Provided by Prince William County
Prince William Chairman Corey A. Stewart delivered his annual State of the County address on Tuesday, Jan. 9, to open the first meeting of the Prince William Board of County Supervisors in 2018.
Stewart noticed the strength of the County and laid out his priorities for the coming year. “New parks, new schools, new roads, and new police and fire and rescue personnel have paid positive returns for the quality of life in Prince William County.”
These positive returns include new residents and businesses locating to the county. With a population now at 465,000, Prince William is the second largest county in the Commonwealth, and the county’s Department of Economic Development helped to secure a record $2.8 billion in commercial capital investment.
“There is an undeniable connection between economic growth, good schools, low crime, low taxes and quality services and amenities.” Stewart said.
The top priority for the Board, according to Stewart, remains public school education. “We dedicate more than 57 percent of county tax revenues to the school system. In 2017, the Board of County Supervisors stepped up to supplement the school system’s efforts to reduce class size with $21 million in new funding, including funding to improve and expand the design for the County’s 13th high school, which will begin construction in Bristow this year.”
Another priority for Prince William County is road construction and reducing traffic congestion. “In 2017 alone, we had 55 active road projects valuing over 500 million dollars,” Stewart said. Key projects include completing the widening for Route 1. The next segment, between Mary’s Way and Featherstone Road, is fully funded and construction will begin soon, according to Stewart. The projects along U.S. 1 has revitalized the corridor between the Fairfax line and Cardinal Drive according to Stewart.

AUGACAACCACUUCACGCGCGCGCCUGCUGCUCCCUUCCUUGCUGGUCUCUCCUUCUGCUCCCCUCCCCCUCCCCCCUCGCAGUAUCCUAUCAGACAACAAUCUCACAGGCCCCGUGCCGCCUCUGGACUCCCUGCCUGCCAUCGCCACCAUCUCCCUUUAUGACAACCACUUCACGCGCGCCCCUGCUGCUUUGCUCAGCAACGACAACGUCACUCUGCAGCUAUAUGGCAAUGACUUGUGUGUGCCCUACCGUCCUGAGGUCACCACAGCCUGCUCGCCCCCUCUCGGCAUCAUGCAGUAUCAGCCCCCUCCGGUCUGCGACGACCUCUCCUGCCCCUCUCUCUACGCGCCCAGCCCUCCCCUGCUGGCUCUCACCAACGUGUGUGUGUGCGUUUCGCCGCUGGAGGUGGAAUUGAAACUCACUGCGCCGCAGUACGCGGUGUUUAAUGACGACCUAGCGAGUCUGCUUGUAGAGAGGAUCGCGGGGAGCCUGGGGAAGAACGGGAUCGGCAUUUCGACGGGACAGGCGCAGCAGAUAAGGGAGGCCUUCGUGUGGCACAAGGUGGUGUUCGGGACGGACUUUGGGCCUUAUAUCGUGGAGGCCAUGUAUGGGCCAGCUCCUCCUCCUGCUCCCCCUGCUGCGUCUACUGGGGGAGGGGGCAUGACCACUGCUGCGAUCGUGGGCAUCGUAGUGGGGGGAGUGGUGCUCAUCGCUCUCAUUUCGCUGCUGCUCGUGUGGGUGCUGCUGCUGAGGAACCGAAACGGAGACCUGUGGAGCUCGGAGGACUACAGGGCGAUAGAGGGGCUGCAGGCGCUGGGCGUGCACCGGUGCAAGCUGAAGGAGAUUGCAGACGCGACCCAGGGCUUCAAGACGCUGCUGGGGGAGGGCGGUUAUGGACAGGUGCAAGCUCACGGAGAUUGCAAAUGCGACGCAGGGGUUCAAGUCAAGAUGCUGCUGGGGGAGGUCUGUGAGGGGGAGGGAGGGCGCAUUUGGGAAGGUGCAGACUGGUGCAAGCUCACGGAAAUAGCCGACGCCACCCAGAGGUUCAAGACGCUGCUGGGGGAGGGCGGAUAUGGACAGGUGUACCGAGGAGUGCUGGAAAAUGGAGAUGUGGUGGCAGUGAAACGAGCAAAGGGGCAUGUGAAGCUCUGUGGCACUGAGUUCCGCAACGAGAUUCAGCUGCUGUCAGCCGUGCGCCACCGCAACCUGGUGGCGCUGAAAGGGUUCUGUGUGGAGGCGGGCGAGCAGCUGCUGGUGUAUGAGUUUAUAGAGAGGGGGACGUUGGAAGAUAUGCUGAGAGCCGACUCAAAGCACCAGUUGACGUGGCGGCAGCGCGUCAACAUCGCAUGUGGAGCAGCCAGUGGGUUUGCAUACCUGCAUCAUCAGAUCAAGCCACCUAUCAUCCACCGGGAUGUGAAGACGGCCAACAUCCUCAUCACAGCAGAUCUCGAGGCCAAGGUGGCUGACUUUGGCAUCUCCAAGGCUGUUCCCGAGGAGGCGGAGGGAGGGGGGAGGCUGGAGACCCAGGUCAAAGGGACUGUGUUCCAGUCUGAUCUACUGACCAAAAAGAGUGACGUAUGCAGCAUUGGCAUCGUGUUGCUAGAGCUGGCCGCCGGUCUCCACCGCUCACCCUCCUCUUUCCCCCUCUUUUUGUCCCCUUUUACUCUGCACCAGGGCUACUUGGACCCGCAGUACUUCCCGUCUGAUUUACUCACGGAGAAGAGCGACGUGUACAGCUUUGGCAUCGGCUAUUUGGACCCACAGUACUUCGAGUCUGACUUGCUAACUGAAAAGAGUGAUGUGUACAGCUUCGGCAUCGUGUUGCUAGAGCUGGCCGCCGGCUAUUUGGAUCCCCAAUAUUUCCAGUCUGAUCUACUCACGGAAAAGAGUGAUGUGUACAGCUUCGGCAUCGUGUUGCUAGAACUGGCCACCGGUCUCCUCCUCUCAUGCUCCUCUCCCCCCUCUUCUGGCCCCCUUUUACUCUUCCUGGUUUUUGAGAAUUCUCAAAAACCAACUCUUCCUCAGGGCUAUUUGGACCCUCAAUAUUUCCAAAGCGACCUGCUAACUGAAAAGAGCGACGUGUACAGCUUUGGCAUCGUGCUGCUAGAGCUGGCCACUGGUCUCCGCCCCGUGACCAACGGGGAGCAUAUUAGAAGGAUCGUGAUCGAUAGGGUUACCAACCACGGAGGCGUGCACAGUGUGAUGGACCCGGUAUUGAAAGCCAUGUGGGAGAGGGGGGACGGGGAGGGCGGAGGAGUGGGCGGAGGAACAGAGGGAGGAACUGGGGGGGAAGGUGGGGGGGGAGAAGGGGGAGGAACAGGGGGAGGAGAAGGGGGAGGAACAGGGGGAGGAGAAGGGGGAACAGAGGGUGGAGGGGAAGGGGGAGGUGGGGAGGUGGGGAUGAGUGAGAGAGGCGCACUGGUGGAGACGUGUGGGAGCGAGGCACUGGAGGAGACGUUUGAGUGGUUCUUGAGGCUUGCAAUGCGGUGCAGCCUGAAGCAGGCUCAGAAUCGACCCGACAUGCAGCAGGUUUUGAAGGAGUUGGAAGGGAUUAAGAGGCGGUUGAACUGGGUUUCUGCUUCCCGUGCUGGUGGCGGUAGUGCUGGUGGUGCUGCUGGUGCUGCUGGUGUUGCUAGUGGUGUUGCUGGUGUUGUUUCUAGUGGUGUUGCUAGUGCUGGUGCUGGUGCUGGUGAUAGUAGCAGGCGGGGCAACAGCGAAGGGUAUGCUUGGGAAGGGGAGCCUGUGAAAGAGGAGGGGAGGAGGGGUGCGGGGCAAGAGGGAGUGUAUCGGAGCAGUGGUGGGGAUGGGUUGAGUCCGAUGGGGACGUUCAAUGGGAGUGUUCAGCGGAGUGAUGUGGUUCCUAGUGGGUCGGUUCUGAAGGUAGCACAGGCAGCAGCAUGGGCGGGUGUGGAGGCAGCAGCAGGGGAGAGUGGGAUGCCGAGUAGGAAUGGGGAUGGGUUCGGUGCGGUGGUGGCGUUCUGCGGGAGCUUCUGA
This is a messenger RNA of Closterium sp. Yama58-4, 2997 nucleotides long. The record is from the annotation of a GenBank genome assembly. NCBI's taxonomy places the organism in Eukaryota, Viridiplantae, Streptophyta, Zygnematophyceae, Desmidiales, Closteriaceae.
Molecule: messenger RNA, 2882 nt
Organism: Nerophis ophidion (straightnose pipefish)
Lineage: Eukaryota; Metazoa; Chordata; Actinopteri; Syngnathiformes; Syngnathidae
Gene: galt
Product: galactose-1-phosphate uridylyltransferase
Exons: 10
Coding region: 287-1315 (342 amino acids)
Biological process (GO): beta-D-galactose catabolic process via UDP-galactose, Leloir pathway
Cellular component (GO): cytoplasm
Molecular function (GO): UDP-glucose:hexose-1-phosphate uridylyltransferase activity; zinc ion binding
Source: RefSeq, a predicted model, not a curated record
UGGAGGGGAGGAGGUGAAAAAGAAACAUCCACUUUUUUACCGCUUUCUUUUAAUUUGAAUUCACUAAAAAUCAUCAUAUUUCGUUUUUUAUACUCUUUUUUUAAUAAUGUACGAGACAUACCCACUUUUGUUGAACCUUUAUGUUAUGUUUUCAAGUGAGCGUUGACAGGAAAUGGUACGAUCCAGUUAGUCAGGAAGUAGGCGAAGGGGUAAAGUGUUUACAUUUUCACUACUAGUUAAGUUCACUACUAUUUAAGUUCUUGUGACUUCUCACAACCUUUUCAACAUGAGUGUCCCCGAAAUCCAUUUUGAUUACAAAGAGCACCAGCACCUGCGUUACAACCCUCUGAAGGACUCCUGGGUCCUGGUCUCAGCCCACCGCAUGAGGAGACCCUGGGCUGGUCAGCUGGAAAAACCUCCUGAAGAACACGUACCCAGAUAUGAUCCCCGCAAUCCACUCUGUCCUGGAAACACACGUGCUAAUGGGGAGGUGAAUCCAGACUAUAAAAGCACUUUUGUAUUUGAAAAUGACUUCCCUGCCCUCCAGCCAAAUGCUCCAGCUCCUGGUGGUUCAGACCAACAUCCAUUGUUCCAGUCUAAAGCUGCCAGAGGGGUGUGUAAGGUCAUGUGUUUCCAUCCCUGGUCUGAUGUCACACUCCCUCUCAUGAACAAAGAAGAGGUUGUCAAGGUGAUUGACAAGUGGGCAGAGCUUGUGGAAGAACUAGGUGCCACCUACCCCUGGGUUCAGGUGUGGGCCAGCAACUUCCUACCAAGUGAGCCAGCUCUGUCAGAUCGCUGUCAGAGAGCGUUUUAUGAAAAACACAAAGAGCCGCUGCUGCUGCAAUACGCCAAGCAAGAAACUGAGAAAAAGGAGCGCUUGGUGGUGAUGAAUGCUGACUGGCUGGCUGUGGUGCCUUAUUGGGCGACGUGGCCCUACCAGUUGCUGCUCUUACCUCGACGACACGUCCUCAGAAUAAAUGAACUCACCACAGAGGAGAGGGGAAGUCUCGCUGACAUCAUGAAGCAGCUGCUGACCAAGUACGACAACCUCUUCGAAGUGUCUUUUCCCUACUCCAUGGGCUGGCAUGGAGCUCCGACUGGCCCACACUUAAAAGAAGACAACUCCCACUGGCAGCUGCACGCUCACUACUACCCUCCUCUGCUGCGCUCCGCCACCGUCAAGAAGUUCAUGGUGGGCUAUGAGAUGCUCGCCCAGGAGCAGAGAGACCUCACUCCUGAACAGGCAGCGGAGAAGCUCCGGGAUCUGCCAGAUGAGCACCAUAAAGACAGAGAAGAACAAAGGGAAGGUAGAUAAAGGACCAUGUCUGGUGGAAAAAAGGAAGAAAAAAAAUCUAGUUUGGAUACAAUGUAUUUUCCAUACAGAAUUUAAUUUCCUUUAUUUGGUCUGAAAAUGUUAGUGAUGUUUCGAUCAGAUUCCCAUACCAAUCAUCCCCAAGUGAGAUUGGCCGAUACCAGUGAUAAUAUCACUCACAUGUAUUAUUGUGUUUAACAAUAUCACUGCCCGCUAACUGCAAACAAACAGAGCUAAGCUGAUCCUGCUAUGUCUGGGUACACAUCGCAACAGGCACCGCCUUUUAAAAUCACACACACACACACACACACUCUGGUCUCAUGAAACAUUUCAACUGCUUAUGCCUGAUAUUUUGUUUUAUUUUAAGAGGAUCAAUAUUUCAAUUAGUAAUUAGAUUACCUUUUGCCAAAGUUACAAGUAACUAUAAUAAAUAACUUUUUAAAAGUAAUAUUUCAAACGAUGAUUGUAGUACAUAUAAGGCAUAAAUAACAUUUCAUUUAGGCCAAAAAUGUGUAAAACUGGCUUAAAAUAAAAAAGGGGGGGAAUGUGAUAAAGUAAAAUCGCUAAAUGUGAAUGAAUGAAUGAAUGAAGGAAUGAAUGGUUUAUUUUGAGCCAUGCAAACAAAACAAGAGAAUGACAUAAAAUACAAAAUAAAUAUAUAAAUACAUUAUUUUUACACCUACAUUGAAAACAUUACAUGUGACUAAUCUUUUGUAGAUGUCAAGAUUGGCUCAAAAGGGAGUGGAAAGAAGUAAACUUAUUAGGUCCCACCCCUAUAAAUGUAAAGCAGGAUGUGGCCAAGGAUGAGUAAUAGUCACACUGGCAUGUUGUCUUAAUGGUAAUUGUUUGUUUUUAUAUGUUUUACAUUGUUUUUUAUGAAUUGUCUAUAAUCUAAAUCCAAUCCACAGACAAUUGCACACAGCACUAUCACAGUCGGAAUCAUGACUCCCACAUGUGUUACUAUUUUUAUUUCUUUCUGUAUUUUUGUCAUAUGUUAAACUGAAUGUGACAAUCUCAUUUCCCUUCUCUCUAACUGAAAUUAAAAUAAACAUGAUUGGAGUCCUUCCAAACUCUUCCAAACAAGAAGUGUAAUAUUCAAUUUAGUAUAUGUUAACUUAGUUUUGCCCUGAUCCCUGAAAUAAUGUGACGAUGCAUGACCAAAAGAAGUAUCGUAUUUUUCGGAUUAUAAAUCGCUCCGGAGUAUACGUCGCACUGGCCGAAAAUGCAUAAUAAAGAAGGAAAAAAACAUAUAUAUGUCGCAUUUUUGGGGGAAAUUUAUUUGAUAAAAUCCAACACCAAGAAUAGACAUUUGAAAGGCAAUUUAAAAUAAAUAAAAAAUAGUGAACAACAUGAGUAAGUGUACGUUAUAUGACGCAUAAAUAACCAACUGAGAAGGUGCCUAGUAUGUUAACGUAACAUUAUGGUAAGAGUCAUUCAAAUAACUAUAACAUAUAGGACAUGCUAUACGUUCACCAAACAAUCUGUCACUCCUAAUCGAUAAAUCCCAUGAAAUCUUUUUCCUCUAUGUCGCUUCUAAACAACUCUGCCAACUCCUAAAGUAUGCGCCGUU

Other transportation projects include improvements to the new Interstate 66 high occupancy lanes in the western end of the county. The county has also received funding for the construction of a new interchange at Va. 234 and Balls Ford Road, Stewart said.
Access to parks and recreation also contribute to quality of life in the county, Stewart said. “Since 2012, Prince William County has rapidly expanded its inventory of athletic fields, trails and public parks. In 2017 alone, we invested an additional $15 million to improve our existing parks and recreation facilities, including lighting and turfing athletic fields. There is much more to complete in 2018.”
In addition to these capital projects, Stewart highlighted the Board’s continued commitment to public safety. “The Board’s plan calls for 13 new police officers and 59 firefighters to be hired this year alone. We opened a new fire station in 2017, and will open a new police station in just a couple of months. We purchased land to construct a new fire station on the west end of the county; and we have identified locations for the next eight fire stations to meet the growing population.”
All of these service level improvements are critical to the quality of life according to Stewart. Yet, he also noted the importance of cutting costs. Over the past 10 years, Stewart said, the county has undertaken several rounds of cost-cutting reforms that have increased services while reducing the average tax bill adjusted for inflation. “As a result, our average residential tax bill in Prince William County is now 30 percent lower on average than the rest of Northern Virginia.”
In other business, the Board chose Coles District Supervisor Marty Nohe to serve as Vice Chairman of the Board for 2018. The Board also chose Neabsco District Supervisor John D. Jenkins as Chairman Pro-Tem for 2018.
Additionally, the Board set their agenda meeting calendar for the 2018 calendar year, which can be viewed at pwcgov.org/bocs.